The magician turns to the second volunteer, he bets again on that $300 that he could know which poker chip the volunteer took and in which hand he holds it. He’s right again!

In the third time the magician’s bets on the highest odds, the volunteer has 50% odds to win $300 in his favor in the game of heads or tails. The magician is right and gets the $300 back in his pocket.

The color spray artist prediction

You have a canvas and three spray cans in different colors.

A volunteer comes on stage and chooses a color to draw a square. He then chooses a second color to draw a circle. Finally, he uses the remaining color to draw a star on the canvas.

You then reveal that you drew in advance the exact same drawing with colors matching the volunteer’s free choice.

Very flexible – You can decide on any drawing – not just shapes but numbers, letters, etc.

 Who stole my wallet? by Amit Lustig

The magician invites up to 15 volunteers from the audience.

He puts his personal wallet on the table (or an envelope with money bills) and asks them to decide who will be the one to “steal” the wallet and hide it.

Without the magician seeing it, one volunteer hides the wallet in his back pocket.

The magician stands 10 meters away (30 feet) from the volunteers and eliminates the non-thieves one by one until he is left with only one volunteer – the thief is found!

This routine is fully scripted and ridiculously funny and you get the full pattern.

Who has the poker chip? 

Three volunteers & three chairs are set on stage

The magician asks 1 volunteer to take the poker chip, he doesn’t see who took the poker chip from the 3 volunteers. Then he asks them to switch the poker chip with someone else.

The magician knows who took the poker chip at first and who has the poker chip now.

The ultimate which hand / which pocket

The volunteer is asked to place the poker chip in one of his hands (or even in his pocket). 

The Magician knows where it is from 10 meters away (30 feet) without ever getting close to the volunteer.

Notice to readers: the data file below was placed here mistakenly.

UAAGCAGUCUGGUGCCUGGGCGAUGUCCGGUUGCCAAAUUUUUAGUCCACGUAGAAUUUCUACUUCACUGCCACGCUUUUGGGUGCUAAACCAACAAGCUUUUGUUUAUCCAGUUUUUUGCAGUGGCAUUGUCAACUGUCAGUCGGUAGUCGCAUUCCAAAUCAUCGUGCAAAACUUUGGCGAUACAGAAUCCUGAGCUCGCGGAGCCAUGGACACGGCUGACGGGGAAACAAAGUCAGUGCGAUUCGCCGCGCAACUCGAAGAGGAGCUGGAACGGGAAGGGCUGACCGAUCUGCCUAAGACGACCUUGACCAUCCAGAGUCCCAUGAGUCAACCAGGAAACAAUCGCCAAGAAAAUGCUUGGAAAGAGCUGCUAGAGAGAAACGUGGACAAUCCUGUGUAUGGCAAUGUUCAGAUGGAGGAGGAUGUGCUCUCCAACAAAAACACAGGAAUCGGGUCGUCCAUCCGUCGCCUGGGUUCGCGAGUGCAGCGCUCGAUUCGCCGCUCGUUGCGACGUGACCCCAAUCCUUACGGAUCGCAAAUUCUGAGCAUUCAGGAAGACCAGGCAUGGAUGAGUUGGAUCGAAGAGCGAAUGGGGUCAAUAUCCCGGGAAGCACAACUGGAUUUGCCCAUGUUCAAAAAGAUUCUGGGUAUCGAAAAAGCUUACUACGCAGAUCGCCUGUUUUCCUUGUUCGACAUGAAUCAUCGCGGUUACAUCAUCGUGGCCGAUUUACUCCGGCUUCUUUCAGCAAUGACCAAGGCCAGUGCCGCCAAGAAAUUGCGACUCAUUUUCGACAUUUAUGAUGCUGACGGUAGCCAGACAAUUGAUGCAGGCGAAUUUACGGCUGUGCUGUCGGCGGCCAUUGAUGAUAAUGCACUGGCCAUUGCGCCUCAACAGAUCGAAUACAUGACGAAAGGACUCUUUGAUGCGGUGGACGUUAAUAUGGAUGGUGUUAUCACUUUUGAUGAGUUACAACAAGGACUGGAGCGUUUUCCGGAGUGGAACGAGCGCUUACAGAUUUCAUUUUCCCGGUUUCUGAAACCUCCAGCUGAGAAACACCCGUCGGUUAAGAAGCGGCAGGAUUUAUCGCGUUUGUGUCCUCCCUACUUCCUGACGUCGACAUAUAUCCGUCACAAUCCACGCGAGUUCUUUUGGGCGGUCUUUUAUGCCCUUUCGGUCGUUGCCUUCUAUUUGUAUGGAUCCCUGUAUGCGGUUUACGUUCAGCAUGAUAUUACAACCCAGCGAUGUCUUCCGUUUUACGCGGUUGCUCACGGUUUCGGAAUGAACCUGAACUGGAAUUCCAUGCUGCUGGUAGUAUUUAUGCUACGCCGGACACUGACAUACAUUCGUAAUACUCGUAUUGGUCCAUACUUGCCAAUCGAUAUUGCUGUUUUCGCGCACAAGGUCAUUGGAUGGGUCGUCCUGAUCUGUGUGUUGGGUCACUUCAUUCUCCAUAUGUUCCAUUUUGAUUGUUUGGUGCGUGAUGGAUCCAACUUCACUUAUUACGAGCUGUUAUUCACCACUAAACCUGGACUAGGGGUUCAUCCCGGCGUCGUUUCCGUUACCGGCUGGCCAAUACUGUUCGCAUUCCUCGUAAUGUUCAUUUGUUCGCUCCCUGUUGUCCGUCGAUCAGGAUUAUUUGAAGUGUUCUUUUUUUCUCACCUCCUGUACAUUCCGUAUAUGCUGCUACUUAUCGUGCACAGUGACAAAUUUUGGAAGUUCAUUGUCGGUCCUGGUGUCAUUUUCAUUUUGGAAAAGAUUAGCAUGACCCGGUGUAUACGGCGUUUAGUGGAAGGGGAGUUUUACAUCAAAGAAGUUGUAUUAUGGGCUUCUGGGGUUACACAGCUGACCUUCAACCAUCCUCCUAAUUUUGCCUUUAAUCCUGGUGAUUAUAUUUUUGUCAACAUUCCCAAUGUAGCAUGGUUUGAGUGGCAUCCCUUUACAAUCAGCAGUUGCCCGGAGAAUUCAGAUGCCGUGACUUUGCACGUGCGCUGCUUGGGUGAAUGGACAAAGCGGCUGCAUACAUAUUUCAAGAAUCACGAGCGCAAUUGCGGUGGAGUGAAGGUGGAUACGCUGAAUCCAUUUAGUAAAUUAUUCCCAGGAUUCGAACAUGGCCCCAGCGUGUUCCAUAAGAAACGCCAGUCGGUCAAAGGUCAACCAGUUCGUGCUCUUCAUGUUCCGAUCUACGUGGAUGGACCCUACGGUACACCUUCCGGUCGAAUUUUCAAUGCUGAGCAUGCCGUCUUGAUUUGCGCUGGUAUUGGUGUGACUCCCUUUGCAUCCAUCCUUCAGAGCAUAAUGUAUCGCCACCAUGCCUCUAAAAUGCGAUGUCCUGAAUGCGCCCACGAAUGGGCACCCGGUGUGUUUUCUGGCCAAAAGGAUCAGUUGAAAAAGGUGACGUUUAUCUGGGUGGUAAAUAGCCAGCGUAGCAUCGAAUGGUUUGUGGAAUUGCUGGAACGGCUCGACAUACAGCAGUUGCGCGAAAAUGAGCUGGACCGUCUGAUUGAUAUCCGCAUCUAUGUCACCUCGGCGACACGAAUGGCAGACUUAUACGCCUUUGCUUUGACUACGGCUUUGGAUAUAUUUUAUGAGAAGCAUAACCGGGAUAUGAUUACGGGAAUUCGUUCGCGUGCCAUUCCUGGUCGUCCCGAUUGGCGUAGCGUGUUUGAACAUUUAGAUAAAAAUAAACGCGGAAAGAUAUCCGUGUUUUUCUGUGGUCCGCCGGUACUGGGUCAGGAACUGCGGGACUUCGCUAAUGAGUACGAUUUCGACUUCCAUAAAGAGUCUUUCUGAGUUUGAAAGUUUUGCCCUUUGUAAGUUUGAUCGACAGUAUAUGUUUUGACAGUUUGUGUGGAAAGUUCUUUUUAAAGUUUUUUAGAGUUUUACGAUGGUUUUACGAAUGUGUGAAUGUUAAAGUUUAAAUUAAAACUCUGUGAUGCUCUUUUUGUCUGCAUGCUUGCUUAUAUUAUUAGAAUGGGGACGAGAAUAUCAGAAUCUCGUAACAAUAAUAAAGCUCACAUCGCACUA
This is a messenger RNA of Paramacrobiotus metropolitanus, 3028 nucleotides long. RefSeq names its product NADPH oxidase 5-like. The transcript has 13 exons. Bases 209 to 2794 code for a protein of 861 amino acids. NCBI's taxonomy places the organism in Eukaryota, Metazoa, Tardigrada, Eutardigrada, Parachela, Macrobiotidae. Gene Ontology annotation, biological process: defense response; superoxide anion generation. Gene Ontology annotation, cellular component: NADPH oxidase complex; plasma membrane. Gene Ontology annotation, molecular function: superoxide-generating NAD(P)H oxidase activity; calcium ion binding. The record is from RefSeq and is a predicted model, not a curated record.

Heads or Tails

The magician asks the volunteers to flip the poker chip in the air and to catch it in a "Heads or tails" fashion. The magician can guess which side is on top correctly every single time. 

Random Audience Elimination

The entire audience stands up.

This routine is designed to help you to get a specific audience member on stage in a way that seems completely random. 

The magician asks any volunteer to play heads or tails, and then directs the audience in advance – if it will be heads, all the ladies will seat down, and it will be tails, all the men will seat down.

This process is continued a few more times until the person you wanted to select is the only person left standing.

The Audience That Fooled the Volunteer

One volunteer is asked to come on stage and play a game of "heads or tails" with the magician. In this case, the audience is going to guess the results.

The magician asks him to toss the poker chip. Every time he does, the crowd shouts at him what he side is up.

 This is a fun collaboration between the audience and the magician. The volunteer goes crazy, how come the audience knows what side is up.

This is a classic dual reality situation as the crowd doesn’t know how the magician knows what the result will be every time.